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Delta variant doubles risk of being hospitalised but vaccines remain effective, new analysis reveals

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People infected with the Delta variant of Coronavirus are more at risk of being admitted to hospital (PA)
People infected with the Delta variant of Coronavirus are more at risk of being admitted to hospital (PA)

An analysis of almost 20,000 coronavirus infections across Scotland has shown the Delta variant of the virus almost doubles the risk of people being admitted to hospital.

The new study also confirmed two doses of vaccine still offers the best protection against the variant, which was first identified in India, and accounts for more than 90 per cent of all new cases in the UK.

Although the vaccines reduced the risk of people needing to be admitted to hospital, it could take up to 28 days after the first dose to have sufficient immunity.

The research, published in The Lancet, by a team from the Universities of Edinburgh and Strathclyde, as well as Public Health Scotland, examined 19,543 community infections and 377 hospitalisations with a specific variant of Covid between 1 April and 6 June.

Approximately 7,700 cases and 134 hospitalisations were found to have the Delta variant.

The researchers found the risk of being hospitalised with the Delta variant was 85 per cent higher than the Alpha strain after adjusting for age, sex, deprivation and other comorbidities. People with underlying conditions were more at risk of needing hospital treatment.

The team defined a hospital admission as an admission 14 days after testing positive for the virus as well as any patient testing positive within two days of being admitted.

In community cases at least two weeks after the second dose, the Pfizer/BioNTech vaccine was found to provide 79 per cent protection against infection from the Delta variant, compared with 92 per cent against the Alpha variant.

For the same scenario, the Oxford-AstraZeneca vaccine offered 60 per cent protection against infection with the Delta variant compared with 73 per cent for the Alpha variant. This lower vaccine effect may reflect that it takes longer to develop immunity with Oxford-AstraZeneca, experts say.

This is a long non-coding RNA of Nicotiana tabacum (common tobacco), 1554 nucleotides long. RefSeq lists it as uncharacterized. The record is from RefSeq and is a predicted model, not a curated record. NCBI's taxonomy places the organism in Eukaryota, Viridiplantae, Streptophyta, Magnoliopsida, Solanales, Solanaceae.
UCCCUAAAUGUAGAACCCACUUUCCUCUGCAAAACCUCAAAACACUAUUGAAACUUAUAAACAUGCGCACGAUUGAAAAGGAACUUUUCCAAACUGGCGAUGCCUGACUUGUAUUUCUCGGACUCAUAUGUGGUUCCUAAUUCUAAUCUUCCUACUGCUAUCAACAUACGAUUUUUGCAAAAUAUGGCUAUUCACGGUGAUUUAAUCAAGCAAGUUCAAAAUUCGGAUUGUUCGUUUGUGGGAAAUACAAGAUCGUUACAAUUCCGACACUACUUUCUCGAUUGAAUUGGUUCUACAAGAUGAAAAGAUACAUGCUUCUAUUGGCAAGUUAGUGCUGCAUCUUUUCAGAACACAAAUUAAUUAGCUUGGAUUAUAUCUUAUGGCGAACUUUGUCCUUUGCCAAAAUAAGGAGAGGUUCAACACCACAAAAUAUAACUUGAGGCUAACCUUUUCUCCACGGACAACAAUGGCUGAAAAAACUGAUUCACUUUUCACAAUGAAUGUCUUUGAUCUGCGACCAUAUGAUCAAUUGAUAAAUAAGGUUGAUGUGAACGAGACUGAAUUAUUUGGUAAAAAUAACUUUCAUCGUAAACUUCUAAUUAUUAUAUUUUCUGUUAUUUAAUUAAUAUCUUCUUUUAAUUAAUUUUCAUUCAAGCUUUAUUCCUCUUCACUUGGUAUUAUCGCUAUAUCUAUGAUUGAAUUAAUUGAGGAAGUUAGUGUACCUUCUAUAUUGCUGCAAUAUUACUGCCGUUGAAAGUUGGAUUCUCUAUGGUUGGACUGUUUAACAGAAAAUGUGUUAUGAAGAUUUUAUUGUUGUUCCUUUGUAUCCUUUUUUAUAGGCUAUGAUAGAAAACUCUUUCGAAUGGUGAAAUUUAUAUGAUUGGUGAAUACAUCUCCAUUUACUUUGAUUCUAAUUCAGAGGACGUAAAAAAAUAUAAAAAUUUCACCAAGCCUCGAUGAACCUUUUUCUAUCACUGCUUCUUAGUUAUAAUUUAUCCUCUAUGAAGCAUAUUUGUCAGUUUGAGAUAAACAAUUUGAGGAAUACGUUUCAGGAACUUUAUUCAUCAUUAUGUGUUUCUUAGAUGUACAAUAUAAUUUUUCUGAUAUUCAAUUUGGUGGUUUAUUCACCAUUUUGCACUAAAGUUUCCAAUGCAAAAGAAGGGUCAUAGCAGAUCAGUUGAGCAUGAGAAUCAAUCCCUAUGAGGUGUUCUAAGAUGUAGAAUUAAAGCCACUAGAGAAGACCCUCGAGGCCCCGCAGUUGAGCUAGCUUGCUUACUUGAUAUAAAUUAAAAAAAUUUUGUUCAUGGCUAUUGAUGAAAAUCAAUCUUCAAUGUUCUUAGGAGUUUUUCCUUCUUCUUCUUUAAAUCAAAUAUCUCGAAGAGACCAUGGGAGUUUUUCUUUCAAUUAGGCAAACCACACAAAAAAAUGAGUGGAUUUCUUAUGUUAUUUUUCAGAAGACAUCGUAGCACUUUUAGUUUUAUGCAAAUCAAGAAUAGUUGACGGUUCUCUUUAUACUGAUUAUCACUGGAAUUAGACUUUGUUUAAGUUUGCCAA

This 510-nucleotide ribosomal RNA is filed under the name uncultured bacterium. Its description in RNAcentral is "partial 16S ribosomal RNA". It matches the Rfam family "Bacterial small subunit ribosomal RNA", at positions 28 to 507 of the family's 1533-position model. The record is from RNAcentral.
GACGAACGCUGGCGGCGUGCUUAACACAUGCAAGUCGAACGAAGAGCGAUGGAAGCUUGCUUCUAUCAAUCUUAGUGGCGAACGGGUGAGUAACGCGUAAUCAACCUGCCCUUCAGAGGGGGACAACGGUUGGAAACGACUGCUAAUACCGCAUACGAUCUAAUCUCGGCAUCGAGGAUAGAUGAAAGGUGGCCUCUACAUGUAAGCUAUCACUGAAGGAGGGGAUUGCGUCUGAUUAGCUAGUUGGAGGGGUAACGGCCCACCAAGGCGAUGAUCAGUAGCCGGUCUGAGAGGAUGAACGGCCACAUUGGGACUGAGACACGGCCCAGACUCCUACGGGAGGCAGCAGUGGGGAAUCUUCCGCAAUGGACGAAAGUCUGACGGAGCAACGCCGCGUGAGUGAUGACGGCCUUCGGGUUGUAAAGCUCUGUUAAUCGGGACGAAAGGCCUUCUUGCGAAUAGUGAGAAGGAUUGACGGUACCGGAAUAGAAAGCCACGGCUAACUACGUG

The Delta variant is able to be identified through genetic testing, because it has a gene that is present and can be detected, compared to the Alpha variant which lacks the same gene.

The experts say the research, which is only observational, needs to be repeated in other countries and some uncertainty around the vaccine effectiveness remains.

Professor Aziz Sheikh, director of the University of Edinburgh’s Usher Institute, said: “Over a matter of weeks the Delta variant has become the dominant strain of SARS-CoV-2 in Scotland. It is unfortunately associated with increased risk of hospitalisation from Covid-19.

“Whilst possibly not as effective as against other variants, two doses of the Pfizer/BioNTech and Oxford/AstraZeneca vaccines still offer substantial protection against the risk of infection and hospitalisation. It is therefore really important that, when offered second doses, people take these up both to protect themselves and to reduce household and community transmission.”

Dr Jim McMenamin, Covid-19 national incident director for Public Health Scotland, said: “These results provide early encouragement that two doses of either Pfizer/BioNTech or Oxford/AstraZeneca vaccines significantly reduce the risk of infection against both the Alpha or new Delta variants.

“They also show the vaccines offer protection against the risk of hospitalisation with the new Delta variant. Though no vaccine can be 100 per cent protective, they provide the best protection against Covid-19 and it remains important to get both doses when offered.”

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